This contrasts with earlier statements from Sony, who had erred on the side of caution before Move's release, suggesting that it wouldn't be expecting big launch week sales but that positive word-of-mouth could make Move a big hit in the long run. With titles such as Sports Champions and Start The Party appealing to a wide range of players, it seems that has happened much sooner than anticipated.
Sony will no doubt be hoping that such glowing feedback will help in its battle against rival Microsoft, which launches its own motion controller - the eagerly anticipated Kinect - in early November. Though whichever device sells most, the ultimate winner has to be the gamer. Start saving those pennies - it's going to be an expensive Christmas...
With the upcoming Bioshock Infinite, creator Ken Levine has shown he isn't afraid to completely change the setting and tone of the series in the search for more interesting sequels. In an interview with IGN, he's promised that the version planned for the new PlayStation Vita console will be even more distinct from the original underwater game than the aerial city of Infinite.
think we always want to surprise people Levine told the gaming site. "If I'm just saying, 'Here's BioShock 1 on Vita'... you don't need us to do that. Somebody could make that happen if they wanted that to happen."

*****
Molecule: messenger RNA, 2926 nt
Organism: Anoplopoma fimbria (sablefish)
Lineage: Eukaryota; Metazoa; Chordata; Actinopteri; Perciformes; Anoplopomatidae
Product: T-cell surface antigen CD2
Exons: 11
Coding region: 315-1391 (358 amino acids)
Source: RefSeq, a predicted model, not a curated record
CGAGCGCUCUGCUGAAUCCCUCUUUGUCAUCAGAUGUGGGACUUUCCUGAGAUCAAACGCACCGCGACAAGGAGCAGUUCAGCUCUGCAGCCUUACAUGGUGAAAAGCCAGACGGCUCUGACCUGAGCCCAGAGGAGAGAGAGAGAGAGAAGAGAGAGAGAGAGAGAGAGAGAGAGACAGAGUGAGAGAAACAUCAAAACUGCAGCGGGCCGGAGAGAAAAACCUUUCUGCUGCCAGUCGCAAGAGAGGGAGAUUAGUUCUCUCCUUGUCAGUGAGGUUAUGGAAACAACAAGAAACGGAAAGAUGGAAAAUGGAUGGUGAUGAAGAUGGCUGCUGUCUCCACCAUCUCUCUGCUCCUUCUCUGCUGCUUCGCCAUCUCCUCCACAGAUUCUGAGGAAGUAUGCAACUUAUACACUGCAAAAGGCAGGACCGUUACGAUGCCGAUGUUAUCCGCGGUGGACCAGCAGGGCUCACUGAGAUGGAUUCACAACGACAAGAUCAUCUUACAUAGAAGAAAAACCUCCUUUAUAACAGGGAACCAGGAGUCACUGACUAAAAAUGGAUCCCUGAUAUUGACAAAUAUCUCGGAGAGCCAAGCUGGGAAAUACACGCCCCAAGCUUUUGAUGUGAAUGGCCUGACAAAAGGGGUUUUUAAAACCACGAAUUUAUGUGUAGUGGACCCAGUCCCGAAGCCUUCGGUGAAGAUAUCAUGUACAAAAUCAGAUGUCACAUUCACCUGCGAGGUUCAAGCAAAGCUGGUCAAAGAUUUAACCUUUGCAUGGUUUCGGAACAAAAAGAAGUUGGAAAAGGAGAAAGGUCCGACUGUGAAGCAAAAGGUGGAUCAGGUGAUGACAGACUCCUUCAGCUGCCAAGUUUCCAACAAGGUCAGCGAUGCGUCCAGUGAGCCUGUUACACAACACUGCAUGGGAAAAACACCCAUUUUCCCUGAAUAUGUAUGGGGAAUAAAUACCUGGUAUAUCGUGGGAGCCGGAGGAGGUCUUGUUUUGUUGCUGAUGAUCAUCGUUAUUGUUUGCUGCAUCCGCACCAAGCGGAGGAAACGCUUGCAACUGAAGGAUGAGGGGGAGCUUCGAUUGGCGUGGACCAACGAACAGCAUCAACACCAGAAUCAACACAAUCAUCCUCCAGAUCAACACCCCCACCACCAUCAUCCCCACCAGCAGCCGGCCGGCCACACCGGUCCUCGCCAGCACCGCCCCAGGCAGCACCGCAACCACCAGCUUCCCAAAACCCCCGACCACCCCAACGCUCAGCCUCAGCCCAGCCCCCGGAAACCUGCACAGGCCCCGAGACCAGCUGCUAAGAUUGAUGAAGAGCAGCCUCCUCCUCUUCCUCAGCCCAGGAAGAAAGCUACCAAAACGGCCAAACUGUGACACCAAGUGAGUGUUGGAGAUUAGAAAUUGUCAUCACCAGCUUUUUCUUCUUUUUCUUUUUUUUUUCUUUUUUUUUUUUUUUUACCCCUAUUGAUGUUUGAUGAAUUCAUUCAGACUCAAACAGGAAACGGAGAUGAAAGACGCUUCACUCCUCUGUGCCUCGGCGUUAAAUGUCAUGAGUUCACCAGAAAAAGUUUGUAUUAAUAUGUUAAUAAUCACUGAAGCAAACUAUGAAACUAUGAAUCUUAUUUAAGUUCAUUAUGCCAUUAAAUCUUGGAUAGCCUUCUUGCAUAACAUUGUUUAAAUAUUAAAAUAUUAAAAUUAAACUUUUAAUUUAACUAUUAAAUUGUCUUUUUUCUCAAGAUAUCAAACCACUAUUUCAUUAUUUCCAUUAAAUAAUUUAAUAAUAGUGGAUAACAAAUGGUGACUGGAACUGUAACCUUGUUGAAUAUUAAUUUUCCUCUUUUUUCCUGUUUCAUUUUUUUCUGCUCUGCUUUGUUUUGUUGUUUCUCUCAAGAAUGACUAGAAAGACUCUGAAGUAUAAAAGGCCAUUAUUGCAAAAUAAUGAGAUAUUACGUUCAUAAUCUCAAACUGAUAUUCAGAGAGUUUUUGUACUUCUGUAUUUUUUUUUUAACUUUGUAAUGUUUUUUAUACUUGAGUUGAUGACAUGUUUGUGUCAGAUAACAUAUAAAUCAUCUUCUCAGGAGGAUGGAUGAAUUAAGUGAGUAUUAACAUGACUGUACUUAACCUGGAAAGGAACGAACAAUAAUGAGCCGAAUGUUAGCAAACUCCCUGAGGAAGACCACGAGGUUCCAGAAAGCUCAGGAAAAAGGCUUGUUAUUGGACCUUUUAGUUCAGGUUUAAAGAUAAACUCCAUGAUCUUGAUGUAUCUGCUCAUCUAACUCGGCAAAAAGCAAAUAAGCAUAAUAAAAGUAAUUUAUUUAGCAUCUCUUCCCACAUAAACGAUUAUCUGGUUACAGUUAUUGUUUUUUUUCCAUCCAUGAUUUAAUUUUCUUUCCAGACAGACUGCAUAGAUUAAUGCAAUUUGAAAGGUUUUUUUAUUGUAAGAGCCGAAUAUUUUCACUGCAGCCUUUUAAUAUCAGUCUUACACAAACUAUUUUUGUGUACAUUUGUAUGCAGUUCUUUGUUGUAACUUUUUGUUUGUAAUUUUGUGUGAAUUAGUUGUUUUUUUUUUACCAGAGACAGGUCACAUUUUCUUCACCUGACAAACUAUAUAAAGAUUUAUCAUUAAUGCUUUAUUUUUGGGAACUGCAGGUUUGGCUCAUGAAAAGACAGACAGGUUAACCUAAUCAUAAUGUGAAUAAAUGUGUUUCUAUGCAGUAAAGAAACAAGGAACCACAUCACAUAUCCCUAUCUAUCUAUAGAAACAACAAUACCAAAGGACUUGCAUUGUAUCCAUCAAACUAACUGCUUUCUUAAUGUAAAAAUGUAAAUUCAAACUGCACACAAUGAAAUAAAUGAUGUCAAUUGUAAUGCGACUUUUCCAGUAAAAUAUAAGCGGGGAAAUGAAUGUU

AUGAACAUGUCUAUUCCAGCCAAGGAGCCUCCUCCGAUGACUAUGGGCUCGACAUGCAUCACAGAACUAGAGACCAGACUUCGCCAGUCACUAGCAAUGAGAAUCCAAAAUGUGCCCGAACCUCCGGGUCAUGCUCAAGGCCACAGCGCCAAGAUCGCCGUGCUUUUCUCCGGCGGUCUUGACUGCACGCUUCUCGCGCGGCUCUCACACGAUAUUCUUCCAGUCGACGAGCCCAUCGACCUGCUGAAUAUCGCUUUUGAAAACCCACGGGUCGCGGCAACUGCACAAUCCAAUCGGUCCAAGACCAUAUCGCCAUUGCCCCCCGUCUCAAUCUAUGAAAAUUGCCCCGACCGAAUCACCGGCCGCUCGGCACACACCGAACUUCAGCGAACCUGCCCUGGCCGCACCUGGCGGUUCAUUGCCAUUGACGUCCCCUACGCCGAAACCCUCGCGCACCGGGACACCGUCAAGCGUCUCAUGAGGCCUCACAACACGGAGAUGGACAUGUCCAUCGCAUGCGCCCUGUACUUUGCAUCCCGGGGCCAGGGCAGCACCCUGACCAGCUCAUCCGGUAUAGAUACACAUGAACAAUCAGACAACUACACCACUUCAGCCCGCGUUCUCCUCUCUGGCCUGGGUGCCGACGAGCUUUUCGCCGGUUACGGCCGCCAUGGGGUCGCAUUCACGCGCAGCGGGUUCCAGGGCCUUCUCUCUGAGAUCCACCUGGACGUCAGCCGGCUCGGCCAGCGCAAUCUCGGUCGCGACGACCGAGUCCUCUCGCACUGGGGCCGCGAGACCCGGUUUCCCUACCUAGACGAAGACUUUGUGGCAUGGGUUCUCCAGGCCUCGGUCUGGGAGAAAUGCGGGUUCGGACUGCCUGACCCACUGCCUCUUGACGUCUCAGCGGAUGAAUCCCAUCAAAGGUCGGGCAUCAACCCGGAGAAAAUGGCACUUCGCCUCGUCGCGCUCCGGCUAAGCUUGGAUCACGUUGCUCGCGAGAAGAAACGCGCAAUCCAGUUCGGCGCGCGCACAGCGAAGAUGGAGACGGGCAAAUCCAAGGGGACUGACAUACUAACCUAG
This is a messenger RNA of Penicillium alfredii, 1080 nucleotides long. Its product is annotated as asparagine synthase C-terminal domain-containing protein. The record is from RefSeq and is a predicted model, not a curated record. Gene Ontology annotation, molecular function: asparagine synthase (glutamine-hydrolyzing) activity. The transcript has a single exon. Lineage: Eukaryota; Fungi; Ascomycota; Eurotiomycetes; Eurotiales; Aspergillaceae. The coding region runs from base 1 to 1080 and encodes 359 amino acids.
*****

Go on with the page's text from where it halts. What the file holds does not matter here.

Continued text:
So Bioshock Vita will be an all-new game, designed from the ground up for Sony's powerful new portable and Levine seems to relish the chance to try new things. or us, it's like, 'Hey, here's this weird experiment you want to do.' Experiments always carry risks, though...I'm fortunate that I get to do things that are risky, my team gets to do things that are risky.
Bioshock Infinite launches its ambitious horror-adventure on Xbox 360, PS3 and PC in early 2012. The PS3 version will support PlayStation Move controls. Bioshock Vita has yet to be given a release date.
Speaking in an interview with Industry Gamers, Peter Moore pointed to EA's own upcoming blockbuster Battlefield 3 as an example of how little room for improvement there is where visuals are concerned. ow much better could this stuff look at some point? There a point of diminishing returns. I don even know if there anything better than 1080p./p>
And if Moore's predictions are accurate, expect future games consoles to concentrate more on control and community features rather than how many polygons they can throw at your face.
ow it about interfaces...Youe seen that with Move, youe seen it with Wii MotionPlus more recently, and youe certainly seen it with Kinect he said. don know what Xbox and PlayStation plans for their next platforms are, but it not going to be hanging on graphic fidelity. I guarantee you that./p>
The Wii U is set for release worldwide in 2012.
One of the first batch of games announced for PlayStation Move, Sorcery will be exclusively playable with the popular motion-sensing accessory, allowing players to use the peripheral as a virtual magic wand.
The game centres on Finn, a young apprentice wizard who accidentally unleashes an evil force upon the world and must journey across various magical realms in order to undo the damage, while proving himself as a sorcerer in the process.
As they explore areas such as the Endless Stair, the Faerie Forest and the Slumbering Palace, gamers will use their PlayStation Move controllers to cast spells and drink magic potions in an immersive manner.